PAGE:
One of two things happen with a Power Outage

So, let's say that you are lucky this time and after just a couple of hours, your power comes back on. You and your wife look at each other and get through the evening talking care of the kids.

And you swear to each other that you are going to go to the stores tomorrow and purchase all of those things that the experts recommend. Yes Siree! You are going to be prepared.

SURE You Will!

The other, and most likely thing thing that will happen is that it is a major power outage for a wide area, and that you will be out of power for one or more days.

When you, the average unprepared couple, finally realizes that you are in for a hard and extended time without power, you need to realize that there are things that you can do to ease the pain of the situation.

Here are some of those things that you can do.


Things to do when your Power goes Out, Hot or Cold Weather

These things that I am listing here are not so much solutions to not having power, but rather a list of survival measure that anyone can take.

Power Outage in COLD Weather:

If it is cold outside you can do the following things to minimize the heat loss from your home;

  • If you have a Fireplace, and are not going to burn a fire or fire log, then close the flue so that you will not lose heat through the chimney.
  • If you do have wood to burn in your fireplace, make sure that the Flue is openbefore you start a fire.
  • If you have a Gas Fire Log in your fireplace, make sure that you know how the electric controls and regulators function (check the owners manual, if you can find it). See if it can be operated manually, without electricity. Some models can, while others will not operate without the safety regulation circuitry.
  • Close all of your Curtains on your windows (this gives you an extra heat barrier between the window and the curtain)
  • Close all of your Doors to all rooms and gather the family in one room, along with all of your blankets and make cots for everyone to sleep together.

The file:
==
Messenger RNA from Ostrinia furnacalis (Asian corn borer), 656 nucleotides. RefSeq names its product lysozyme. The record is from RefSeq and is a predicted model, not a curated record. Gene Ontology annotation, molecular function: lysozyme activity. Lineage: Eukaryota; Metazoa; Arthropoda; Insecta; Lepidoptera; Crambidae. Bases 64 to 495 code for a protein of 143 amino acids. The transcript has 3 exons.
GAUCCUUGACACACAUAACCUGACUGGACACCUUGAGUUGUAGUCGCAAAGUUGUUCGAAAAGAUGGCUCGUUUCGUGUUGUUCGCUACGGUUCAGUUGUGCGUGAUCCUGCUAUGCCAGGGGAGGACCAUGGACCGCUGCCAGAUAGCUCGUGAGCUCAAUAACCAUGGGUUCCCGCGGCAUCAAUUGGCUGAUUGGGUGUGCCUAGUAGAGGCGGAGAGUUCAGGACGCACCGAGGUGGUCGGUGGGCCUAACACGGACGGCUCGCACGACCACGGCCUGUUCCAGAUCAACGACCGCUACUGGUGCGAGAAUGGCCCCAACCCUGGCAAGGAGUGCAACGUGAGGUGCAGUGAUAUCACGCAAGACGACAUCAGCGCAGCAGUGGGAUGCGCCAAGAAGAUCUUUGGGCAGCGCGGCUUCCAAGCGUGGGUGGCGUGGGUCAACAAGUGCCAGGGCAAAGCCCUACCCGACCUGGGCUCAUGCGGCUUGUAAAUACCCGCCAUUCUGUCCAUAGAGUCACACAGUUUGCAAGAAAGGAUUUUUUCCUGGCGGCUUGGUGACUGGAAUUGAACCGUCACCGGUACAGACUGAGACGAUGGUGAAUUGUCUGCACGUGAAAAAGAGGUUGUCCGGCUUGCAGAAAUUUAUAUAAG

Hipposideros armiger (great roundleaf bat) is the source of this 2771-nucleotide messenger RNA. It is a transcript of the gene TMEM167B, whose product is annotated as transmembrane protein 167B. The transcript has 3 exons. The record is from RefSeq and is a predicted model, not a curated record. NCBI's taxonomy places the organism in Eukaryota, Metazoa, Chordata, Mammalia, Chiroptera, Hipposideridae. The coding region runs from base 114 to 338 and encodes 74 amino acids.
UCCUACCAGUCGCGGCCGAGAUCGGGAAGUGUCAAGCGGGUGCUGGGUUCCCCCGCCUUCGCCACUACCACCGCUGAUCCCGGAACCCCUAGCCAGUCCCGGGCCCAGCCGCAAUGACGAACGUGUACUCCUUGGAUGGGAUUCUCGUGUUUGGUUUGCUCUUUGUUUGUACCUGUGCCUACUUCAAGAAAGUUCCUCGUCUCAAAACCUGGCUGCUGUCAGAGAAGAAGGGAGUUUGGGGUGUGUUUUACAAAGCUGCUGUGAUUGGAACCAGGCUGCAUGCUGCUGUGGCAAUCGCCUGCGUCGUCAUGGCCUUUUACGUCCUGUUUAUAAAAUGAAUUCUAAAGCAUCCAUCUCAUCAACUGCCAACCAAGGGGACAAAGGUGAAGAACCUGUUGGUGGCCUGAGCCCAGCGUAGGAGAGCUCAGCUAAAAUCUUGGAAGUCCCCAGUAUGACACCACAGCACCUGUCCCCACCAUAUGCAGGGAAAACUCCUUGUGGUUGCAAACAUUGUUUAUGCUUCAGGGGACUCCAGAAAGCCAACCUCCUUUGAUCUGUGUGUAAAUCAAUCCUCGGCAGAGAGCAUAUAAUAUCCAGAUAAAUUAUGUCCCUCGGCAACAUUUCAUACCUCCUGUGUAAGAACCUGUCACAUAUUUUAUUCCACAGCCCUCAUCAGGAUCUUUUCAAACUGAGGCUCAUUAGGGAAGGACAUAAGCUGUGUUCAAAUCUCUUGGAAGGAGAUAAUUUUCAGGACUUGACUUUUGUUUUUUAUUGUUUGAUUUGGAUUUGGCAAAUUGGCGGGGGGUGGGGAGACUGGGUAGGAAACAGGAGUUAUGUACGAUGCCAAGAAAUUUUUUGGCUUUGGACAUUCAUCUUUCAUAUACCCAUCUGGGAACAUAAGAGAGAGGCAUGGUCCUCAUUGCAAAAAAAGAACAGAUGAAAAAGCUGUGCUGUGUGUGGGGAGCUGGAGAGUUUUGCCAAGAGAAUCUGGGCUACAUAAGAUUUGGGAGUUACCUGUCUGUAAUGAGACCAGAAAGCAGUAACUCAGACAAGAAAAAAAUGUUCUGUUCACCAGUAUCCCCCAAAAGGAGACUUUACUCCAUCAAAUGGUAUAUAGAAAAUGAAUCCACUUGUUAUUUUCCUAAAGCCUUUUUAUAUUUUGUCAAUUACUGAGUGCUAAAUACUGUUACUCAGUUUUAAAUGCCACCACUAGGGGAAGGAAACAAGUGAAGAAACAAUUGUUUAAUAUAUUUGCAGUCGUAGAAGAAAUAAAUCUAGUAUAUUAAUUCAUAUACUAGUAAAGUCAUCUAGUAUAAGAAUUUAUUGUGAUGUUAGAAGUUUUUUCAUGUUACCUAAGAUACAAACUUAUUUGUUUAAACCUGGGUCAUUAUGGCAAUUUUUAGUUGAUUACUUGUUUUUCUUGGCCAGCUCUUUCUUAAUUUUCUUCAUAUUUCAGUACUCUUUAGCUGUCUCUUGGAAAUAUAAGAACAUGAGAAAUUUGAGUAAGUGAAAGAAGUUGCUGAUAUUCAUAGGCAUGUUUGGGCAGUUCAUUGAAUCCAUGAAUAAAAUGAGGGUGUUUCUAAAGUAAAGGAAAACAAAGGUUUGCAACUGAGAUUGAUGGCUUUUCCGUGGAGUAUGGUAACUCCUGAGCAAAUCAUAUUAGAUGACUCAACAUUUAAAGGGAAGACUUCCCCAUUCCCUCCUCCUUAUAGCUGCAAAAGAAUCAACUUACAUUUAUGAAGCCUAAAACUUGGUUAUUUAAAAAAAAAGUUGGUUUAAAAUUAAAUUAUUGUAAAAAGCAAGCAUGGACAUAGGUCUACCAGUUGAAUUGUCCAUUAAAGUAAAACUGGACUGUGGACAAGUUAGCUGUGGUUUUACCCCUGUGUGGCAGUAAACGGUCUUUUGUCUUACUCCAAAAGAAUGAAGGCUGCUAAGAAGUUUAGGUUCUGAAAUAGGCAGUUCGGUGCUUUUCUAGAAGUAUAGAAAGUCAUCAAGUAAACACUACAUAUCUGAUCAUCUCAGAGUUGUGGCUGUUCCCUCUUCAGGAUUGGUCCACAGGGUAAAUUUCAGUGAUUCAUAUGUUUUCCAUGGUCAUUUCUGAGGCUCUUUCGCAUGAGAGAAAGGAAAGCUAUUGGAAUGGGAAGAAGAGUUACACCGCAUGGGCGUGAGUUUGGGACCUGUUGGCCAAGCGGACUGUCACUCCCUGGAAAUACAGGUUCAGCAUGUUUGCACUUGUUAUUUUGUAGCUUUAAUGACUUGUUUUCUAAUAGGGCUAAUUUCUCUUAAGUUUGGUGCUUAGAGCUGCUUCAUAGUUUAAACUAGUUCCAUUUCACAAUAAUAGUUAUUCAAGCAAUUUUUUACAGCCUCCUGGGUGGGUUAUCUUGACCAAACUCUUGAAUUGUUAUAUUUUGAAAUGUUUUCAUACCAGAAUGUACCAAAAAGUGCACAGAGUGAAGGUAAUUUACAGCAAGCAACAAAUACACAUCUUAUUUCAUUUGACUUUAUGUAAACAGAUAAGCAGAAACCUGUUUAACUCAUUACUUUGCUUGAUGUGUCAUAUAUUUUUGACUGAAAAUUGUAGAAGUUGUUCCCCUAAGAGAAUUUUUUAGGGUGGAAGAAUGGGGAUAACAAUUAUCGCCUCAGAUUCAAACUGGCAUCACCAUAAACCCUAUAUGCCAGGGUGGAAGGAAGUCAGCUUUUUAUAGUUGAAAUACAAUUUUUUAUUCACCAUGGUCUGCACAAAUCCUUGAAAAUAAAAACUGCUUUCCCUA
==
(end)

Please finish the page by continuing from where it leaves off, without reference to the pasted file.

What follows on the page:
• Have everyone put on one or more layer of warm clothing including several pairs of socks.

Power Outage in HOT Weather

If it is Hot outside, there are a number of things that you can do to reduce you and your families exposure to the heat

  • .If you have a Fiireplace, Close the Flue so that you can block any Cool air from escaping or outside hot air from entering.
  • Close all of your curtains on the Sunny side of your house and open the curtains and upper and lower halves of your windows on the shaded side of your house by a few inches. This will allow the flow of fresh and cooler air through-out your house, and the escape of the upper layer of Hot air in the room.
  • If you have a shaded outside patio, keep the family outside as much as possible during the daylight hours. It will be cooler sitting in a breeze rather than in a hot room.
  • Make everyone drink lots of fluids, specifically water. You and your family are probably used to sitting in air conditioned comfort during the hot summer season and are probably not aware of how fast a person can dehydrate.

.

Simple, Common Sense Solutions

The

Water Solutions:

You are going to need water, and a lot of it! Here are some suggestions that might help you:

  • If you live in an area where everyone has their own well, then you are out of luck. That well has a pump and it uses electricity and that will be that, as far as your having plenty of water.
  • BUT, If you live in a city area and have public water, then you will probably still have water pressure to your house.unless of course the local water plant is without electricity also.
  • So, if you have water pressure, I recommend that you immediately store as much as possible. Your bathtub is your best storage device in your house, but please, please make sure that it is clean before you store water in your tub. I mean really clean! You don't want to drink or cook with water that tastes like bubble-bath, or whatever was last used to bathe in that tub.
  • You can go to the local supermarket and buy bottled water. get the 1-gallon or even the 2-1/2-gallon containers. Those little single bottles that you buy by the case are not only expensive (per gallon of water that you get) but they are an environmental No-No!
  • Remember that the typical person needs to consume at least 2-gallons of fluids a day as a minimum, so when you do get to the supermarket, get a large cart. But, honestly, if you procrastinate even a few hours, the probability of there being any bottled water left in the supermarket is very slight.it is one of the first things that people buy and hoard.